Choices, Exceptions, and Native Topics Edition

Making Sense: Choices

  • Why Snapchat is Valuable: it's All About Attention. Danah Boyd: As a result, I watch teens choose not to open a Snap the moment they get it because they want to wait for the moment when they can appreciate whatever is behind that closed door. And when they do, I watch them tune out everything else and just concentrate on what’s in front of them. Rather than serving as yet-another distraction, Snapchat invites focus.
  • Tesla Can Topple the Car Dealer Monopoly. Bloomberg: By carrying the standard for retail market liberalization, Tesla shows that it aspires to be more than a green gimmick, but heir to the best traditions of American innovation. And that's a revolution worth getting excited about.

Making Do: Exceptions

  • Promotion Addictions. RSR: the biggest challenge facing brands as they engage with these digital coupon distribution sites is whether their ultimate goal is audience or targeting. These sites aren’t made for targeting, unless you mean by acquiring an audience that represents a specific swathe of shoppers – price conscious moms, for example.
  • Pixel and Dimed. Fast Company: The reason these people make good headlines is precisely because they are outliers.

Making It: Native

If you look at the most successful [web] companies, they really found a great intersection between what people are there to do and what advertisers want to do. They made the formats make sense. [Ben Silberman, CEO, Pinterest]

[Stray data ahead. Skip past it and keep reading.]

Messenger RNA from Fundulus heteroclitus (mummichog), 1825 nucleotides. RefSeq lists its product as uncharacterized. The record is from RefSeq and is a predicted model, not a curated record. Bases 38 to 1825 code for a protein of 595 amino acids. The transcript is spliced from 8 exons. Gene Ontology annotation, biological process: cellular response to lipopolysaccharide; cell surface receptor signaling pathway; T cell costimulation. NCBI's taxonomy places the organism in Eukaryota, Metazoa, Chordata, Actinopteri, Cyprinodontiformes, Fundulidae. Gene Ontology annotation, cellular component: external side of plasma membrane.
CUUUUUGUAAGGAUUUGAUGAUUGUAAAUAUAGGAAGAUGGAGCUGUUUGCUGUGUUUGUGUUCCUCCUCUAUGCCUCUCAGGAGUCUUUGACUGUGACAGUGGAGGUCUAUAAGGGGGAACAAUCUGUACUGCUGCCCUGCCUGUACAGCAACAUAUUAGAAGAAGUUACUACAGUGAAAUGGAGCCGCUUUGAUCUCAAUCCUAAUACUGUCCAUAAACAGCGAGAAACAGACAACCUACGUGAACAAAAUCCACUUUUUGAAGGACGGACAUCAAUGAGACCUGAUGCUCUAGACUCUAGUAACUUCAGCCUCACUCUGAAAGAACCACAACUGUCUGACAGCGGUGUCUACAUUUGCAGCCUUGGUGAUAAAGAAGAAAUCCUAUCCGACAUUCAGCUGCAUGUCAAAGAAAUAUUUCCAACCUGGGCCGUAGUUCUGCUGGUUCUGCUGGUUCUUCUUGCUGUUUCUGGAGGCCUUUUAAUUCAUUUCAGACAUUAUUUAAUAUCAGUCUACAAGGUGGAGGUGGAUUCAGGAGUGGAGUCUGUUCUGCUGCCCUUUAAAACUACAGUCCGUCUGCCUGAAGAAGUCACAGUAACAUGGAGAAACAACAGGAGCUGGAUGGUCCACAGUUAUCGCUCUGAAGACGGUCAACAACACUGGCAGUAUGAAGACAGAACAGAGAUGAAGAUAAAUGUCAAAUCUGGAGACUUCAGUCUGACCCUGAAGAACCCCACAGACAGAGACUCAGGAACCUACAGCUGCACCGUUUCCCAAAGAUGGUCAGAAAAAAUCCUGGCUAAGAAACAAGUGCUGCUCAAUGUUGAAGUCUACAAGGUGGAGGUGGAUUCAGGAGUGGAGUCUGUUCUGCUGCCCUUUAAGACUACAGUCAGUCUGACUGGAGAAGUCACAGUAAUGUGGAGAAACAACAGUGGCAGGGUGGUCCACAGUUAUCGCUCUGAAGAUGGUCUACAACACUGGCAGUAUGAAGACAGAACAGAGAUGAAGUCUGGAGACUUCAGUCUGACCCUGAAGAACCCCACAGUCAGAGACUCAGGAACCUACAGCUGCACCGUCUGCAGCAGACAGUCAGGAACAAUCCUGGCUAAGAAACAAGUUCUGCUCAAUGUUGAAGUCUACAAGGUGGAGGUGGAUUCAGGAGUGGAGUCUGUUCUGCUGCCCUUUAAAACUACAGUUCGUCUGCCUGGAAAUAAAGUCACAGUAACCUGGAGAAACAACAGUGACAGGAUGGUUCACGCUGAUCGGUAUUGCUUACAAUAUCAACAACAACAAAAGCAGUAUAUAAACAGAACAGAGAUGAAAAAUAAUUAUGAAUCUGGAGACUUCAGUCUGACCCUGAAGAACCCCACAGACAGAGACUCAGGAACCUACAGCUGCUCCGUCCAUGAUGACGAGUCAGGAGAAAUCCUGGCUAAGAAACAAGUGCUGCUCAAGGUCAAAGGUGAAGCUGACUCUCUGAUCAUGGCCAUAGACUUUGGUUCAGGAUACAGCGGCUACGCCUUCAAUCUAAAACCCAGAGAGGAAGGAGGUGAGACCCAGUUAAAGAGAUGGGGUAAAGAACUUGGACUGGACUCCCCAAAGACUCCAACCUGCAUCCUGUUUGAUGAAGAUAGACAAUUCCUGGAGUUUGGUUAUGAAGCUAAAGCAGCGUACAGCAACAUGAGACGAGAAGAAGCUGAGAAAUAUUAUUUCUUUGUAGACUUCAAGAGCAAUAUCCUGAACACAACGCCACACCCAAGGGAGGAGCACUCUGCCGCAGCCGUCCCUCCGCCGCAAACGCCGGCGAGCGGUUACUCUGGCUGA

• Go Native, Ad Man. Om Malik: to me native advertising is a sales pitch that fits right into the flow of the information being shown. It doesn't interrupt–native ads don't pop up or dance across the screen–and its content is actually valuable to the person viewing it. And that, in turn, leads to a higher percentage of users engaging with the ad, and to greater effectiveness.
  • Publishing as a Product, Pageviews as Users, and What It All Means. Taylor Davidson: But new “attention” metrics aren’t what make Medium, Upworthy and others compelling as new publishers: what’s more interesting is how they’re built differently to think about publishing as a product and readers as users. In a web seemingly ruled by social networks, building a next-gen publisher isn’t just about creating the “flywheel” of user-generated content, it’s also about understanding the users themselves at a level traditional publishers simply aren’t architected to do.


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